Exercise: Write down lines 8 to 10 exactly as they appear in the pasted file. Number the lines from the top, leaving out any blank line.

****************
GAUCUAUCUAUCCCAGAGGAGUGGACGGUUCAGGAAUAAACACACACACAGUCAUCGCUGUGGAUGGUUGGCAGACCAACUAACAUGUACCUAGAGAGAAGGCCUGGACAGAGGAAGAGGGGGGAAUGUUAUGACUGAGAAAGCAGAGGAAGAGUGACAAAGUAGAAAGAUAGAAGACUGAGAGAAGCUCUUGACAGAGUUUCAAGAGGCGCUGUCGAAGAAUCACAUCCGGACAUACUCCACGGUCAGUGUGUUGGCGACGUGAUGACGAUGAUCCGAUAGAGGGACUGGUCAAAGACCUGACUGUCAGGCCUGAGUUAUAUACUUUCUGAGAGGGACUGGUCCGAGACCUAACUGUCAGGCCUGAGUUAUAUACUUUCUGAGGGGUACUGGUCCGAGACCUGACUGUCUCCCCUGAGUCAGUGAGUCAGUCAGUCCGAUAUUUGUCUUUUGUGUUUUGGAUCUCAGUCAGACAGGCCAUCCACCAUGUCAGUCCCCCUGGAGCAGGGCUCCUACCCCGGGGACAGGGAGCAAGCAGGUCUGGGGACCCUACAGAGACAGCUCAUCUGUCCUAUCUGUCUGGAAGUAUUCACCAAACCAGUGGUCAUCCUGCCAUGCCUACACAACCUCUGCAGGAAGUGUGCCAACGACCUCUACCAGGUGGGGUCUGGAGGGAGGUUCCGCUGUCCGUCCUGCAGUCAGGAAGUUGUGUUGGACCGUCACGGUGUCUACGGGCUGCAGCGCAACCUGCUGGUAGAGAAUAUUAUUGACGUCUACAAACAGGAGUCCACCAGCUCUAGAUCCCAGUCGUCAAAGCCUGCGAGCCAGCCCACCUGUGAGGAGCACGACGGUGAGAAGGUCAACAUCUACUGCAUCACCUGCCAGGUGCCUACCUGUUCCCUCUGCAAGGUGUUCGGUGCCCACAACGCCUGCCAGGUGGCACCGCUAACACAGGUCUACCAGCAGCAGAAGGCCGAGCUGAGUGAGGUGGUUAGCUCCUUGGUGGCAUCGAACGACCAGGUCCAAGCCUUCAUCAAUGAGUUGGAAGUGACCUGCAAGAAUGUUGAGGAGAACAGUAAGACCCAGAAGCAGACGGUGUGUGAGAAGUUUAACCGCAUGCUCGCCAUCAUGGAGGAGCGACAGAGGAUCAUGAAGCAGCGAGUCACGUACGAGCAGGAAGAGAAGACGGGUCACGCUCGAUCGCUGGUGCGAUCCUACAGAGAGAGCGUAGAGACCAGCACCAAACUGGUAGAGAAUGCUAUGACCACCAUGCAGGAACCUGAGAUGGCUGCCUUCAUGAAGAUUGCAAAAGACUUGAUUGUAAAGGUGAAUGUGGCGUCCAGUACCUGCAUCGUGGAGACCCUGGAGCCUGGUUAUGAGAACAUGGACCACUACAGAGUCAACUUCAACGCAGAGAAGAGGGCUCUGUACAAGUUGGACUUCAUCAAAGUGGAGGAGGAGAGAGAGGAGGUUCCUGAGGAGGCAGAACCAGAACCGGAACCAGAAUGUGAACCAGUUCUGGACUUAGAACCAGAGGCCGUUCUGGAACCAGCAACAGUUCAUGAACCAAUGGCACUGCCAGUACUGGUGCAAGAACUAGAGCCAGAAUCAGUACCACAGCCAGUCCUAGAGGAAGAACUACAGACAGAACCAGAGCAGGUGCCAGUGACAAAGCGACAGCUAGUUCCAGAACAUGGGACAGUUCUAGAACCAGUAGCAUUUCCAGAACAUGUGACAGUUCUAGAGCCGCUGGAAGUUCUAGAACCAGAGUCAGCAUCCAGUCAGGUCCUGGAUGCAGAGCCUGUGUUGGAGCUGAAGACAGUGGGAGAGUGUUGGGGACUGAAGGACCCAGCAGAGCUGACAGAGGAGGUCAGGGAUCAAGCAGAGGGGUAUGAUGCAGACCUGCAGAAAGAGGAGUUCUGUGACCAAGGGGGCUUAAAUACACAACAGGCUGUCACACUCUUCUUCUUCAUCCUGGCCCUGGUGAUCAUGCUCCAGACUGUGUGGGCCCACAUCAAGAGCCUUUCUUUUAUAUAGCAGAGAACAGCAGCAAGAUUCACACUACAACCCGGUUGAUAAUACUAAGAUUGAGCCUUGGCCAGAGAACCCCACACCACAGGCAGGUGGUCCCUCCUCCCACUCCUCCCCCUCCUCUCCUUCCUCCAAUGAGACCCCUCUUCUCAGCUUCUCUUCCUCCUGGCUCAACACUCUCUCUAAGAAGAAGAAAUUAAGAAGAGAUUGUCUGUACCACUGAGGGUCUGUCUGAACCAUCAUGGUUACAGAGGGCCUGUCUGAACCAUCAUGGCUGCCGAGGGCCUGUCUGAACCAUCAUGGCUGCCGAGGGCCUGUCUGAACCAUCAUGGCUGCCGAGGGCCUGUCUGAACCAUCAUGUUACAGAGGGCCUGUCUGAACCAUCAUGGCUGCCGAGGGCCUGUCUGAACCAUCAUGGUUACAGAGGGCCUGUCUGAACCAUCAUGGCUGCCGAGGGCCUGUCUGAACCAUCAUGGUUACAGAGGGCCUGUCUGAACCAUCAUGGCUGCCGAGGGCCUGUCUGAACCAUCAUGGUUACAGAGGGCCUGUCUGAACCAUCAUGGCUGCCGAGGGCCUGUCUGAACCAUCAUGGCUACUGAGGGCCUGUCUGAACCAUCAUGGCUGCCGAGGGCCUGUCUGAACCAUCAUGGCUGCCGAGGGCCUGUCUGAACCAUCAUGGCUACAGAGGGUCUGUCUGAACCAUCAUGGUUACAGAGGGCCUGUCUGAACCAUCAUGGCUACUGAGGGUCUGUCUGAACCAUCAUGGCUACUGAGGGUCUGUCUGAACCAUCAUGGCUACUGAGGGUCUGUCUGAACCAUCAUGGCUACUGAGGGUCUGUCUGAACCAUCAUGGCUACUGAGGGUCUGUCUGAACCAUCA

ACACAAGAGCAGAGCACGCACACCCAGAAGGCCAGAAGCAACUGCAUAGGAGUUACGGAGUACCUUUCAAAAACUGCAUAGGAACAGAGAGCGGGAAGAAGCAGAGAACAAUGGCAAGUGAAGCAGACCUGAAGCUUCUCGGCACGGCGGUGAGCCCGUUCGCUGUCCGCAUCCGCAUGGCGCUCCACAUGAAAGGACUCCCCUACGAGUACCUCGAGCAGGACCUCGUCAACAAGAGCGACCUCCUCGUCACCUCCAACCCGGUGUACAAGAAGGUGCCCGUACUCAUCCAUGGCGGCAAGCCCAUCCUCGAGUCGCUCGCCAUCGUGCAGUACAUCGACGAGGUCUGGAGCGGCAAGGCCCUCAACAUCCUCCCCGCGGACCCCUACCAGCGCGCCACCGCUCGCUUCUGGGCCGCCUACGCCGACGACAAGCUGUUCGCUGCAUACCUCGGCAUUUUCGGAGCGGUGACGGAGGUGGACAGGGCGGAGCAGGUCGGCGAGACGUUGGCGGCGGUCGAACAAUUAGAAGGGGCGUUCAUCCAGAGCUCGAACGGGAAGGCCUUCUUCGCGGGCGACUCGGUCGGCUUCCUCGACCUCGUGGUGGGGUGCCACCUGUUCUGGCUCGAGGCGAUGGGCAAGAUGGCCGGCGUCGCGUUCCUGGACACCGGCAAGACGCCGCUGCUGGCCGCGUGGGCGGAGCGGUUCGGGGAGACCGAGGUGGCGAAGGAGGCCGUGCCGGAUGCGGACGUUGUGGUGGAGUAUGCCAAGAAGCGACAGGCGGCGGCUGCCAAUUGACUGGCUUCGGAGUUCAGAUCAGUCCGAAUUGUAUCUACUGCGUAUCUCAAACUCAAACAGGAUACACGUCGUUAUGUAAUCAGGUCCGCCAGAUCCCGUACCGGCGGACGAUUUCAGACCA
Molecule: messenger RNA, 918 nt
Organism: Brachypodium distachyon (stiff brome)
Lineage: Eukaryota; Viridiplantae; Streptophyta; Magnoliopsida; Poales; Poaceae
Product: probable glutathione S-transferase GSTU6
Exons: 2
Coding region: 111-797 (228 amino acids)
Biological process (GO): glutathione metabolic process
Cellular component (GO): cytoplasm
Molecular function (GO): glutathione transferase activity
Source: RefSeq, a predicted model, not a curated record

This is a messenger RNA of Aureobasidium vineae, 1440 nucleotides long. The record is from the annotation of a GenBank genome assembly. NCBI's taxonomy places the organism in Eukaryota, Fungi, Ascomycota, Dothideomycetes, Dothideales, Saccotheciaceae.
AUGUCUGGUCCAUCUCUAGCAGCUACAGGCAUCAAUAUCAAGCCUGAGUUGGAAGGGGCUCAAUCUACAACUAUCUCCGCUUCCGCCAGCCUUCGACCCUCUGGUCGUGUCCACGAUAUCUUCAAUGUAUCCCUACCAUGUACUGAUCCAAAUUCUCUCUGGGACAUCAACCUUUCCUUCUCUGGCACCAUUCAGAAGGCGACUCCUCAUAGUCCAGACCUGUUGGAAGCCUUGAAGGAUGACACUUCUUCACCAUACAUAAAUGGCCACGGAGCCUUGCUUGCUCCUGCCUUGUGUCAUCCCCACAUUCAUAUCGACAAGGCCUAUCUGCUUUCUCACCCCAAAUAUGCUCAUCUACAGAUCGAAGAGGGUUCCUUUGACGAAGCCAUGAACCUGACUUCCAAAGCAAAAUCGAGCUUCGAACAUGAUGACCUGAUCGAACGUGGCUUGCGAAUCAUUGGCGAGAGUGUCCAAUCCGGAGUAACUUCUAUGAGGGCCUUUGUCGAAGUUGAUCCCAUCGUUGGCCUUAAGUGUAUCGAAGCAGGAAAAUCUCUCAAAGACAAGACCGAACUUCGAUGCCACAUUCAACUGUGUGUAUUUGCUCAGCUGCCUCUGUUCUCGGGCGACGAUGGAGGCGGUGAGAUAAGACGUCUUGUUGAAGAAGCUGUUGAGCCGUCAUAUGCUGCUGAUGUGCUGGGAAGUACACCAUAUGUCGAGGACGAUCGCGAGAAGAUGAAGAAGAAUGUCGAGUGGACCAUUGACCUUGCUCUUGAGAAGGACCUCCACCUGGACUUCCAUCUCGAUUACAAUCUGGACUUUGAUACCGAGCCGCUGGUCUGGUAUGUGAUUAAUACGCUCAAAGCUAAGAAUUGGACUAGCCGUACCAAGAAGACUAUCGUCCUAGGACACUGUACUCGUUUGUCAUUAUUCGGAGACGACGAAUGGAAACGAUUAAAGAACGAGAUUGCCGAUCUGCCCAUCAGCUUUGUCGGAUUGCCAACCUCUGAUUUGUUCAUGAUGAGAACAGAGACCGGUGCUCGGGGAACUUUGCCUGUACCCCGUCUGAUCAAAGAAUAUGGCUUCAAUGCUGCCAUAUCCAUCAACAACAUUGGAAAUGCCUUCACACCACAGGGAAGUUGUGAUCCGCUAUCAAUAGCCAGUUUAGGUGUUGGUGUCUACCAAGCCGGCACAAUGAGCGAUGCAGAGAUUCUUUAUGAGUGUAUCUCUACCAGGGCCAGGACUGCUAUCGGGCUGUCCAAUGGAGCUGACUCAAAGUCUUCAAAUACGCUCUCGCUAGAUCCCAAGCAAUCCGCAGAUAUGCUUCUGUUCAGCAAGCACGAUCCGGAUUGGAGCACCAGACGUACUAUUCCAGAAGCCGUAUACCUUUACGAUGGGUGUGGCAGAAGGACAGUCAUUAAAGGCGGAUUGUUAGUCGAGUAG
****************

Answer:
Coding region: 111-797 (228 amino acids)
Biological process (GO): glutathione metabolic process
Cellular component (GO): cytoplasm